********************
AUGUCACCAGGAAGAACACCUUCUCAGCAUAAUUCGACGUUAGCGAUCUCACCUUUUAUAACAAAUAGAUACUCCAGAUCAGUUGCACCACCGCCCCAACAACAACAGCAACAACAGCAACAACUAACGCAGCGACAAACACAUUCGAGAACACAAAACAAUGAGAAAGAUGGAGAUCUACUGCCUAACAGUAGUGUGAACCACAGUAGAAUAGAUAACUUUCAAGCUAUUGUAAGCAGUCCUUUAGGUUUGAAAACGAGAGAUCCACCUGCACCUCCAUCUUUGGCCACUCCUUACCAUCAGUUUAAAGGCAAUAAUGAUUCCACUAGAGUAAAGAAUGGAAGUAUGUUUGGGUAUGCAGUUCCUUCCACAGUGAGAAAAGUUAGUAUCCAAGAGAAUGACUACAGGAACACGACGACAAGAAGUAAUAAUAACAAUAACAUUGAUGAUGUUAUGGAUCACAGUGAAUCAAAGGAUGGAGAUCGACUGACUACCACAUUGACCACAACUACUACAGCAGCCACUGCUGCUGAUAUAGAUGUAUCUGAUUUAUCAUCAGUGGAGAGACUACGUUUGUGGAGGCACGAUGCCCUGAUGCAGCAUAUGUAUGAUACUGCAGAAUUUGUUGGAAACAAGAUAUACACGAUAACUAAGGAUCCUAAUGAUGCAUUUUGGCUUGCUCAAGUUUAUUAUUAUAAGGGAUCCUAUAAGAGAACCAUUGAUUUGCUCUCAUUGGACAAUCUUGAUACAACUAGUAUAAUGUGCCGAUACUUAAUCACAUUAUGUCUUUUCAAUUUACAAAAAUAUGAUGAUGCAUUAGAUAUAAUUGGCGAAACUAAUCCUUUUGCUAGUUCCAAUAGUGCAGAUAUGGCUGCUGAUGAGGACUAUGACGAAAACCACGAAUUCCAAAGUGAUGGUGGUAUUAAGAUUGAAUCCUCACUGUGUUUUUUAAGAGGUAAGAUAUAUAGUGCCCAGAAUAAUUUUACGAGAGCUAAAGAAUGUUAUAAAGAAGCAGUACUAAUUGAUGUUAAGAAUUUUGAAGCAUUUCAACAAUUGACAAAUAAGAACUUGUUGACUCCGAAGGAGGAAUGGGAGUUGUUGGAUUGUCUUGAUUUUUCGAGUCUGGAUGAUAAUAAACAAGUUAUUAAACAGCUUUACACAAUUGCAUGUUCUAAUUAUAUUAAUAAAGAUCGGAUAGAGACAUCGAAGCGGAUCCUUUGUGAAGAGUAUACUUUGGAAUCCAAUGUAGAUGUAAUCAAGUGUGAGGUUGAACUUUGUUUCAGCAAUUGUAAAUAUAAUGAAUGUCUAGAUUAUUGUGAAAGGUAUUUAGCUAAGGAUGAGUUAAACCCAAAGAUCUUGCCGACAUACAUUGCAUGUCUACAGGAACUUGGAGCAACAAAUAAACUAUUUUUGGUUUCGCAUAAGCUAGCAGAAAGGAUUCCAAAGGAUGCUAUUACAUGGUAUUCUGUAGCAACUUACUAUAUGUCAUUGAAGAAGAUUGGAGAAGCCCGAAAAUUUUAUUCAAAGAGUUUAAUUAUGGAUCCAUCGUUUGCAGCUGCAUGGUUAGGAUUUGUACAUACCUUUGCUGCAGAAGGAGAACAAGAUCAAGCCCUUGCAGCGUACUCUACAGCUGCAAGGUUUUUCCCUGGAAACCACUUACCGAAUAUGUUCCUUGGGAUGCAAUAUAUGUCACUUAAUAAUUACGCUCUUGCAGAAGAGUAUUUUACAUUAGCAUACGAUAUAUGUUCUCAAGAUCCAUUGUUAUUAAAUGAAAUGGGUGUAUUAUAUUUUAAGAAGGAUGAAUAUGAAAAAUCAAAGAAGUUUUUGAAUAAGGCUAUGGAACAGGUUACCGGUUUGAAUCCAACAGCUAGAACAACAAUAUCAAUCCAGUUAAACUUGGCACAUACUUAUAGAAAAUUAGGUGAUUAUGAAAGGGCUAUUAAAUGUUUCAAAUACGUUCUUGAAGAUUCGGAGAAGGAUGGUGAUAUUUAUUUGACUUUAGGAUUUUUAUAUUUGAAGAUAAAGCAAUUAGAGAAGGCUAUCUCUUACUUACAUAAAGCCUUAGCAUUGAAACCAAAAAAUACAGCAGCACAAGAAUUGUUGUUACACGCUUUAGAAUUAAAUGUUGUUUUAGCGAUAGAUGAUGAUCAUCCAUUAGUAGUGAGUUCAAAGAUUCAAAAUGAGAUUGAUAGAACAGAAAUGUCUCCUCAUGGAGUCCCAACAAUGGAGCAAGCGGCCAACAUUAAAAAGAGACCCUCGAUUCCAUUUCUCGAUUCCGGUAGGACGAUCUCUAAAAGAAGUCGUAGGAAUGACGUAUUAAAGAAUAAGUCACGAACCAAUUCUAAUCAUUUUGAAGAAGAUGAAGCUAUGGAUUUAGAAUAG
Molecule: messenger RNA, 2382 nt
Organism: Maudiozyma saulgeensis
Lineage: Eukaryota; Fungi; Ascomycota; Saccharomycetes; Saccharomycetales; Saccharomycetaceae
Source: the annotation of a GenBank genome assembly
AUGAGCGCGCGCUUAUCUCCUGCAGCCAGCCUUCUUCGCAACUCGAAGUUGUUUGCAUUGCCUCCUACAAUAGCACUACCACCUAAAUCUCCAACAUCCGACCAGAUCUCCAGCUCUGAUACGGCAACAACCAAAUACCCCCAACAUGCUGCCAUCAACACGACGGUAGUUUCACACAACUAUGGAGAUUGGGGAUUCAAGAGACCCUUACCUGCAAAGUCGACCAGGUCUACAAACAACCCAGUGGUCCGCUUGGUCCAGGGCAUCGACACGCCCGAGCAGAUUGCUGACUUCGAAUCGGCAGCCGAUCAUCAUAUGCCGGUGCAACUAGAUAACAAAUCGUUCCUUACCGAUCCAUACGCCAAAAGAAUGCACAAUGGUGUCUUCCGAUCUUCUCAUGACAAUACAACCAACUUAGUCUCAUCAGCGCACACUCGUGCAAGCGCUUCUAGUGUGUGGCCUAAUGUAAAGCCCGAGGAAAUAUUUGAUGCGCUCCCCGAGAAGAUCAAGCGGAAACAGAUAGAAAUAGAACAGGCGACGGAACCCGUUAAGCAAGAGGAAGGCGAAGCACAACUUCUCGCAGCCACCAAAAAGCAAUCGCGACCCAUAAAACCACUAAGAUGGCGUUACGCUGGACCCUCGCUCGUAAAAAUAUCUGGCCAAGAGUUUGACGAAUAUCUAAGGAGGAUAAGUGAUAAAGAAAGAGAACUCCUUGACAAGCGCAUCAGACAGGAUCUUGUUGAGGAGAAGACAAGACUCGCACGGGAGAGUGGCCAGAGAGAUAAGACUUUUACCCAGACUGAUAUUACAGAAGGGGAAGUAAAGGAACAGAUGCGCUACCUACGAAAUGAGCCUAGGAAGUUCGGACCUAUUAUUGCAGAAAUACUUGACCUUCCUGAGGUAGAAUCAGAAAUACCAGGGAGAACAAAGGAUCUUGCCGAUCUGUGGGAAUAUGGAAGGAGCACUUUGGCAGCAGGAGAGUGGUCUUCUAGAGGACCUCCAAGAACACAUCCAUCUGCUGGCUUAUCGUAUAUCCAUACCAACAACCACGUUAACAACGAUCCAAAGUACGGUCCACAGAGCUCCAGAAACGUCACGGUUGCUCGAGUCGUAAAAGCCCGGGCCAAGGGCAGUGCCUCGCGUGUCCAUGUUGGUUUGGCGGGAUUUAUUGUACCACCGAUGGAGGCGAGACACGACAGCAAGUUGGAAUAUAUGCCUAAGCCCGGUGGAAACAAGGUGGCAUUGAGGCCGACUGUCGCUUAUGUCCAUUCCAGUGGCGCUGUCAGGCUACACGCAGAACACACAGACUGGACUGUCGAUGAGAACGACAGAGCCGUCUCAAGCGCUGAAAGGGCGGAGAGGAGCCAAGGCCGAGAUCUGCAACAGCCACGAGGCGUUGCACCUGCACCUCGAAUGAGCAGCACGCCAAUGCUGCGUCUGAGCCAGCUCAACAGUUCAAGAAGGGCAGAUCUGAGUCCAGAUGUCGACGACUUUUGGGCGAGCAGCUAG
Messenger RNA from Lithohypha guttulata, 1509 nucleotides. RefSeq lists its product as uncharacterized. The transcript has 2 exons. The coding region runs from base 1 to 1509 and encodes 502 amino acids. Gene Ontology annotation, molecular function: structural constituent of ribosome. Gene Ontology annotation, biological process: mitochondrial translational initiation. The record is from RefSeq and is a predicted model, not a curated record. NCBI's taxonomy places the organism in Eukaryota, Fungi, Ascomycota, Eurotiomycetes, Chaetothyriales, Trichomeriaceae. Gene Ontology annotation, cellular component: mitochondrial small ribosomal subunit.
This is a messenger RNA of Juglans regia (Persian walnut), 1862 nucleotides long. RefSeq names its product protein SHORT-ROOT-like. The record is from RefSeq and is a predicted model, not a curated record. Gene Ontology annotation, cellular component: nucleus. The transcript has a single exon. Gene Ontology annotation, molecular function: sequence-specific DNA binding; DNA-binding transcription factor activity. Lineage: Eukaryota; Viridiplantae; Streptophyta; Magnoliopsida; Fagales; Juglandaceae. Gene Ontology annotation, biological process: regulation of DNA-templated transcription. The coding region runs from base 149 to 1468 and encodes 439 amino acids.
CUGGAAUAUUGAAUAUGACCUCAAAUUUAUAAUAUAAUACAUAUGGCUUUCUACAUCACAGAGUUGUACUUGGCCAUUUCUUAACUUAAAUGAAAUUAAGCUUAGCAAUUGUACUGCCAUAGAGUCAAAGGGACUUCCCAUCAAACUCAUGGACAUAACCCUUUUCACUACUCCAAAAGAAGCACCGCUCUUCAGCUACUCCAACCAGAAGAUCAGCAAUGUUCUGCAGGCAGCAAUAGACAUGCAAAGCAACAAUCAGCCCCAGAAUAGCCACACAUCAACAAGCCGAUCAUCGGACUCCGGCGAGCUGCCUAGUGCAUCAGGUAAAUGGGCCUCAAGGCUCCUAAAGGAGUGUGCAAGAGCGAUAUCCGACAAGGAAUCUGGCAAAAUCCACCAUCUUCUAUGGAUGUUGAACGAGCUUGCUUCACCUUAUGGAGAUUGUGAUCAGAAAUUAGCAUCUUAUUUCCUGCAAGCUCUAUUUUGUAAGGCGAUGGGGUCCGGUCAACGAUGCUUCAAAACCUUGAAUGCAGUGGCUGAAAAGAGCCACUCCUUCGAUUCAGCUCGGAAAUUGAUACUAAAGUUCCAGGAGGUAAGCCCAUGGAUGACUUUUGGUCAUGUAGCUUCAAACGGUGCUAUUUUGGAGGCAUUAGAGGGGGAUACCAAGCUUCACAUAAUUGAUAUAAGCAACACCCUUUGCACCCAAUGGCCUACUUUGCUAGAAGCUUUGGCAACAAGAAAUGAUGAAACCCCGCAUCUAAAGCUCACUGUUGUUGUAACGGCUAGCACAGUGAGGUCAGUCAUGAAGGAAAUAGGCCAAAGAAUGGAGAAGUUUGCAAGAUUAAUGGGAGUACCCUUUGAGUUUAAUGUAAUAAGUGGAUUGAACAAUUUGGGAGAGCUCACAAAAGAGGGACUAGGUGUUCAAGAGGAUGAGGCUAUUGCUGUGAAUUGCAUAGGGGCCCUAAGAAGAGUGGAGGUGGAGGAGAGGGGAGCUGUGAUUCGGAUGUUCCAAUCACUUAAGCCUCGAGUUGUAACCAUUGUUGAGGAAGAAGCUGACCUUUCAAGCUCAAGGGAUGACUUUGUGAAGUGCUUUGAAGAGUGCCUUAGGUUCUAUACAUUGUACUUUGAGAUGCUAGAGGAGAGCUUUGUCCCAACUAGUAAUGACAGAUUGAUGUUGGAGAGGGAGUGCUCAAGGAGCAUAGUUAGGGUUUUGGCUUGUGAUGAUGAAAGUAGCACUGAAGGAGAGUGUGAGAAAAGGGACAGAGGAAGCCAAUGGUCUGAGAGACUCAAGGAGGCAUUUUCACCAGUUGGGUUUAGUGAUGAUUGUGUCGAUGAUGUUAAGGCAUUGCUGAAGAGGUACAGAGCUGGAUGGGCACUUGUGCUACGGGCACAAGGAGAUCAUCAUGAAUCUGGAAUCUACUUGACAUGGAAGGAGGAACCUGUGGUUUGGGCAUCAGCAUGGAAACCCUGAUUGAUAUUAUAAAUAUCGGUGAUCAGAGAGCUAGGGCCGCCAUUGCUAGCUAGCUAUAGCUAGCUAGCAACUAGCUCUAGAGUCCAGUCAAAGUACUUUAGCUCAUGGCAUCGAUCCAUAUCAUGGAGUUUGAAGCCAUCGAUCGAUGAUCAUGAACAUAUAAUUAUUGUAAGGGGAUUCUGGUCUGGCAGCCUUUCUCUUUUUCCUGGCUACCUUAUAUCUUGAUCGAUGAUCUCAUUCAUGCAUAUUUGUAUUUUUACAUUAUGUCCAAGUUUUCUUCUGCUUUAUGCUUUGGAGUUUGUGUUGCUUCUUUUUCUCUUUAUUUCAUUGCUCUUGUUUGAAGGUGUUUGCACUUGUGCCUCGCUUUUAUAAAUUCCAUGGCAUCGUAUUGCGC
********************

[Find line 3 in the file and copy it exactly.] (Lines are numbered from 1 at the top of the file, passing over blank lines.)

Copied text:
Organism: Maudiozyma saulgeensis